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Solar photovoltaic (PV) installations in the U.S. have broken through the 10 GW barrier, according to a new report from NPD Solarbuzz. During the first half of this year, more than 1.8 GW of new solar PV capacity was installed across the nation.

The report says the U.S. is the fourth country in the world to reach the 10 GW milestone of installed PV capacity, preceded only by Germany, Italy and China.

In fact, solar PV has been one of the fastest-growing energy sources in the U.S. over the past six years, with a compound annual growth rate of over 50% since 2007, the report adds. NPD Solarbuzz predicts cumulative solar PV installations will increase an additional 80% over the next 18 months, surpassing 17 GW by the end of 2014.

According to the report, the rapid uptake of solar PV in the U.S. is being driven by dramatic solar system price declines observed since 2011. Average installed system prices in the U.S. have fallen from around $6/W two years ago to approximately $4.25/W for residential installations and $3/W for large utility-scale PV projects today.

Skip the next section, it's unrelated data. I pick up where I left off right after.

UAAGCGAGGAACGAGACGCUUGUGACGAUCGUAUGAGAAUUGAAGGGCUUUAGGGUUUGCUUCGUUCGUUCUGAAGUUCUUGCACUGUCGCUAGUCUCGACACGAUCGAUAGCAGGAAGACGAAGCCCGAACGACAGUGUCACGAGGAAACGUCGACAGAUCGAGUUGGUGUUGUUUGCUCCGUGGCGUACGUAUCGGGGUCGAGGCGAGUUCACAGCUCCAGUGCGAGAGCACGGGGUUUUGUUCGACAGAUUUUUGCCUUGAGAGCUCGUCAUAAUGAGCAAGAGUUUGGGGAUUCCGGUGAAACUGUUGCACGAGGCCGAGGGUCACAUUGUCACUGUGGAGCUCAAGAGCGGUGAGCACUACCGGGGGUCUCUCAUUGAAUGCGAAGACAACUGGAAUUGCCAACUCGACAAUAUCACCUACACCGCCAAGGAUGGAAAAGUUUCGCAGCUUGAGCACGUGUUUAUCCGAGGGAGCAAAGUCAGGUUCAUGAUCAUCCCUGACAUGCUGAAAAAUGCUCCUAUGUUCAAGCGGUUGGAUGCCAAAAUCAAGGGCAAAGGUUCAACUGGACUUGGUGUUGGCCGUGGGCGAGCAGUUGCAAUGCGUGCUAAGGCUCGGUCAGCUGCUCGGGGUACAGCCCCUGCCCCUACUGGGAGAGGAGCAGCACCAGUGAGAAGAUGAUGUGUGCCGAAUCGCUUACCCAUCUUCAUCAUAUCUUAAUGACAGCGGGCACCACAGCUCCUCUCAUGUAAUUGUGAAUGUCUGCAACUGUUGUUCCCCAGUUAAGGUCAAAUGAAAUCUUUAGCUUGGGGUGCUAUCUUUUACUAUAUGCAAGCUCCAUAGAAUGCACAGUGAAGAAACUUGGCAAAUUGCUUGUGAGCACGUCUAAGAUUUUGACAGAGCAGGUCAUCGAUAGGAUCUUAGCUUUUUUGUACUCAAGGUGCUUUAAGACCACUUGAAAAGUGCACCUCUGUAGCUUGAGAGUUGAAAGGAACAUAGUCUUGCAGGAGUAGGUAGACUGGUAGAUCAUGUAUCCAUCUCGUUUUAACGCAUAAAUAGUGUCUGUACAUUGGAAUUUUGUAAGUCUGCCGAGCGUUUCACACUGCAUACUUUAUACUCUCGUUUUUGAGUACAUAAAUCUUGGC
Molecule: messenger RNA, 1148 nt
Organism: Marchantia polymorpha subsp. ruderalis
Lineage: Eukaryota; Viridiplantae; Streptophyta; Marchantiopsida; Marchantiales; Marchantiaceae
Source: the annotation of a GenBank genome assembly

“U.S. solar PV market growth has been stimulated by an increased range of solar incentive programs at the state level,” explains Christopher Sunsong, analyst at NPD Solarbuzz. “While the Far West and Mid-Atlantic states dominate the 10 GW installed, the Southwest and Southeast regions have recently made strong contributions. Other regions, however, such as the Great Plains and Great Lakes, remain largely undeveloped, creating further market upside going forward.”

Solar PV installations in the U.S. have seen significant growth since the start of 2010; 83% of the 10 GW were completed within the past 14 quarters, the report notes. Almost 1,400 solar PV installations in excess of 500 kW in 39 different states are providing 5.4 GW of capacity, and nearly 40% of that capacity is within California.



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